Straczynski: To my astonishment, they never blinked, at least not where I could see it. I have to give Dan and Jim major props for their courage in taking on some pretty radical ideas. Given where things are sales-wise, they knew that half-measures just weren't going to cut it.

Nrama: It's interesting that you have specifically pointed out that guys tend to see women in terms of what role they play. How has that led to Wonder Woman being sheltered from alteration? Or is that true of any icon?

Straczynski: I think it's led to a kind of calcification of the character overall. This is who she is, and that's that; once she's been defined and placed into a role, game over.

I was checking out some of the responses to my Brave and the Bold issue featuring Wonder Woman to kind of get a sense of the room as I developed the story, and was amazed at how many people — mainly guys, but some women — really had a hard time with her telling a joke, or being flirty, or dancing. "Wonder Woman doesn't dance in a club!" one person wrote with great indignity.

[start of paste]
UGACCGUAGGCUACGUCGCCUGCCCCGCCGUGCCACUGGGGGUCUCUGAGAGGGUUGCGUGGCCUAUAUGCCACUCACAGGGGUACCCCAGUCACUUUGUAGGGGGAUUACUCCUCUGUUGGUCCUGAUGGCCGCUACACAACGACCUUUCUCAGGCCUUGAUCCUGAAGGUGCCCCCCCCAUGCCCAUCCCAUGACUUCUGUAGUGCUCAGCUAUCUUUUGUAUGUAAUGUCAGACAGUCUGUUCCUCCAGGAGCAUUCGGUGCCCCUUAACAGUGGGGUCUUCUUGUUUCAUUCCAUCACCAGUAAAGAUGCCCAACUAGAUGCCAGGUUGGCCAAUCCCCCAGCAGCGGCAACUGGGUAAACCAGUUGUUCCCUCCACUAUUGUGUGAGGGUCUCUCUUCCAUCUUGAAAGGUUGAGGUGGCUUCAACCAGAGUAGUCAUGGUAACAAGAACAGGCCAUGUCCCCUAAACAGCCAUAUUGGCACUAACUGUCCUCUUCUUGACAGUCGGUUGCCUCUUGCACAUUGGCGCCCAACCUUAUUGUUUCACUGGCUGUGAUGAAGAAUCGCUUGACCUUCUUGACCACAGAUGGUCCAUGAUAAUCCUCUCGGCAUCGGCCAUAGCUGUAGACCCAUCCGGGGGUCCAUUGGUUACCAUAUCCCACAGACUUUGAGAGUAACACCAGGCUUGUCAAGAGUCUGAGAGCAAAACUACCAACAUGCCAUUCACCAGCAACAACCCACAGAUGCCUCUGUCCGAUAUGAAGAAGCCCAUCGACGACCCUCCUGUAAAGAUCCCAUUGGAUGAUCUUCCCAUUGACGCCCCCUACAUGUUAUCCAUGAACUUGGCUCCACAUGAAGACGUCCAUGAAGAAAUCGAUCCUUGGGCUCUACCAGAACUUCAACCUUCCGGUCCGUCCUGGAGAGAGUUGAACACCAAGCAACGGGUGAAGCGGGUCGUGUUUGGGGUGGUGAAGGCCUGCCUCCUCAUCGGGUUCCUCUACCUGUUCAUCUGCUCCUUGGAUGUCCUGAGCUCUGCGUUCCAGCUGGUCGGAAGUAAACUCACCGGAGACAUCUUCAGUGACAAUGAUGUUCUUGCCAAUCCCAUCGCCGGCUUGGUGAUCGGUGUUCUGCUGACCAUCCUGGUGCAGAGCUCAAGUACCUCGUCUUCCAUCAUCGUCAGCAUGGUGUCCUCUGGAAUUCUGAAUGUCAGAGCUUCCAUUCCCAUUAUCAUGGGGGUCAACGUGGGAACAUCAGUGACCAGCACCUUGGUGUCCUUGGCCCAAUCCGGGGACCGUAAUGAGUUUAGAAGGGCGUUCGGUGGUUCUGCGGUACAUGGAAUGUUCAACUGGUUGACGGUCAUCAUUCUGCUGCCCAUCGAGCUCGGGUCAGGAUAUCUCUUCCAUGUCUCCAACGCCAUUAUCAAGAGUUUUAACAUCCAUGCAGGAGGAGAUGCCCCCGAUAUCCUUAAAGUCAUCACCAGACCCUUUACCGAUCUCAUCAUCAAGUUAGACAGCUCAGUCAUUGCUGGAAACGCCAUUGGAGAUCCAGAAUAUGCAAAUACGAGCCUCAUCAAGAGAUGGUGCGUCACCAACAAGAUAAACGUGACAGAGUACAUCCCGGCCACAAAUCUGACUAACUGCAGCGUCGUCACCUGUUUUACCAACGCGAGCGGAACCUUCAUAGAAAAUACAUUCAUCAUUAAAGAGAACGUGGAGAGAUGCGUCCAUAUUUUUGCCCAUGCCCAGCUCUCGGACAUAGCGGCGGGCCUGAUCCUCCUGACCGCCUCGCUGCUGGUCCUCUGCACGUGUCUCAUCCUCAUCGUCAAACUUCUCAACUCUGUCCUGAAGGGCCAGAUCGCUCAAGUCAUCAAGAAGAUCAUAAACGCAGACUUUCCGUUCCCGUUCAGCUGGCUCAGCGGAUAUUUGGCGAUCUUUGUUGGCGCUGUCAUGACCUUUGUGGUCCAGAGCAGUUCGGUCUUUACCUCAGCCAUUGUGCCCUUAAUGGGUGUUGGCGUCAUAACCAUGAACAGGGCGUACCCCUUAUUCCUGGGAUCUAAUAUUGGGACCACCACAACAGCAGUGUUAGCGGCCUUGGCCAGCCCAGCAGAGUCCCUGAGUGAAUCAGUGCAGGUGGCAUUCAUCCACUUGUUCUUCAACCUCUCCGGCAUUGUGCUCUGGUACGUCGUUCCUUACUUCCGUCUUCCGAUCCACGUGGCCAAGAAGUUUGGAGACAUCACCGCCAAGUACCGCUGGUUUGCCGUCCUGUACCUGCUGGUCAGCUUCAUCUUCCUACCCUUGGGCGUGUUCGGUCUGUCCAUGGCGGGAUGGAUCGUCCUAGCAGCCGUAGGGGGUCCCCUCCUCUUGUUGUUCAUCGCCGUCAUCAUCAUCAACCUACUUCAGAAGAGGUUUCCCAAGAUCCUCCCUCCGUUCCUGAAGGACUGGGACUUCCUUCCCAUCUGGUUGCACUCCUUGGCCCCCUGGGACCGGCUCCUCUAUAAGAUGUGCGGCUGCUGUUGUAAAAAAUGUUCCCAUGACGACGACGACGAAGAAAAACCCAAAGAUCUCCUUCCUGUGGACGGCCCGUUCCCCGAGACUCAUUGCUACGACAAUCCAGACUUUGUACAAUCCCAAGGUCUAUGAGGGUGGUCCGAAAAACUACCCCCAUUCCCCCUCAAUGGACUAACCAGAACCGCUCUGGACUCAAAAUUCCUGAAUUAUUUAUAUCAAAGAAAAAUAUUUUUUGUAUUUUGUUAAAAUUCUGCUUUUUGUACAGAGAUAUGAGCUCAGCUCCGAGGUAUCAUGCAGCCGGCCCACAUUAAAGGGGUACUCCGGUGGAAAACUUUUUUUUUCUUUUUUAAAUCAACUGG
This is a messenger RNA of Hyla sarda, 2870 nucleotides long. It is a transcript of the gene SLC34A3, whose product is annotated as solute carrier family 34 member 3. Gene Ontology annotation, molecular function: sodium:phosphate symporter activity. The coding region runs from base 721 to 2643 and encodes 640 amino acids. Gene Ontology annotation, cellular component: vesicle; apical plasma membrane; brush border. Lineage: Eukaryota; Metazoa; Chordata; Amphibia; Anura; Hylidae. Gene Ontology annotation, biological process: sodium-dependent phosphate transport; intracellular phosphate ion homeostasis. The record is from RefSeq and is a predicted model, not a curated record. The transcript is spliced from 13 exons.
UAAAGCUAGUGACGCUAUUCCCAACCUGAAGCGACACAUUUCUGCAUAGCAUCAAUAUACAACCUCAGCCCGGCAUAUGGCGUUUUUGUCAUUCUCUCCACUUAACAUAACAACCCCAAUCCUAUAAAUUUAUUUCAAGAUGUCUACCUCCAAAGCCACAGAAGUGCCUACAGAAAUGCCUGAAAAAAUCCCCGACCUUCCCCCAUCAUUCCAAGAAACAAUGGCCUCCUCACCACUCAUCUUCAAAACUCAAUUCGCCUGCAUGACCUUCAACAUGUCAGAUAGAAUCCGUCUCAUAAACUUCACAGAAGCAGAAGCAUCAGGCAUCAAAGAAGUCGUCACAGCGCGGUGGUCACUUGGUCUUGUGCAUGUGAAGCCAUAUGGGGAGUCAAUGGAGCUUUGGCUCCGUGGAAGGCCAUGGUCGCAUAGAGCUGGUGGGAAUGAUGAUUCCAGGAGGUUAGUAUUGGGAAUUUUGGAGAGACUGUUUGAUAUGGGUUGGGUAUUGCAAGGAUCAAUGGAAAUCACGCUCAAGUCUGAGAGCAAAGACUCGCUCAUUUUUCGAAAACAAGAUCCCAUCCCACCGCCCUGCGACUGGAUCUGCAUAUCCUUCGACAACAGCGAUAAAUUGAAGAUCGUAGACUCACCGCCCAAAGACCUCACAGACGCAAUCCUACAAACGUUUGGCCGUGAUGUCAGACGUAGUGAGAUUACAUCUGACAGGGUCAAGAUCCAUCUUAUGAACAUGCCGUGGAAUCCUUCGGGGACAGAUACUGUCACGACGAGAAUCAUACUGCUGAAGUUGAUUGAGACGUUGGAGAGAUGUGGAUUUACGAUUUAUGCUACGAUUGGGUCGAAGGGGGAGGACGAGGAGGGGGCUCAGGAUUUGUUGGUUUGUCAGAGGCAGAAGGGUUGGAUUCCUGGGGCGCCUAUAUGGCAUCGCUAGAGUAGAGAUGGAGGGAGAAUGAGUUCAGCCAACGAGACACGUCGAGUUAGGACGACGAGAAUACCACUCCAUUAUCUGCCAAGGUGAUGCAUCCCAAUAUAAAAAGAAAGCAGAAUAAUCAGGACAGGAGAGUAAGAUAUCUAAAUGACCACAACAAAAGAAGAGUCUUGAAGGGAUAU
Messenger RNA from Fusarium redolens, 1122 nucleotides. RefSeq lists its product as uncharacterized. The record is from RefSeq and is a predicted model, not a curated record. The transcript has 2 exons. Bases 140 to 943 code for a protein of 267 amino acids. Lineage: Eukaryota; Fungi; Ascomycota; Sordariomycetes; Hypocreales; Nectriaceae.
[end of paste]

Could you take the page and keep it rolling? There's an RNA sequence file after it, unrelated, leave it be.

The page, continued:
Another guy, on a podcast, said the idea of Wonder Woman at a club or acting cool literally creeped him out because Wonder Woman was like his grandmother, and he didn't want his grandmother doing that sort of thing.

When people start to see your character as a grandmother, or a prude, or inflexible...something's profoundly wrong.

Nrama: Joe, you've had experience in how messy these time-tweaking and memory-altering stories can get. Have you mapped out what's happened to continuity now that the timestream has changed?

Straczynski: When I was across the street, some of the time- and history-changing elements weren't of my design, were editorially imposed, or weren't done as I would've liked. So hopefully I can do a tad better on my own. Lord knows I pulled together a number of timeline-based changes on Babylon Five and those came out pretty well, all things considered.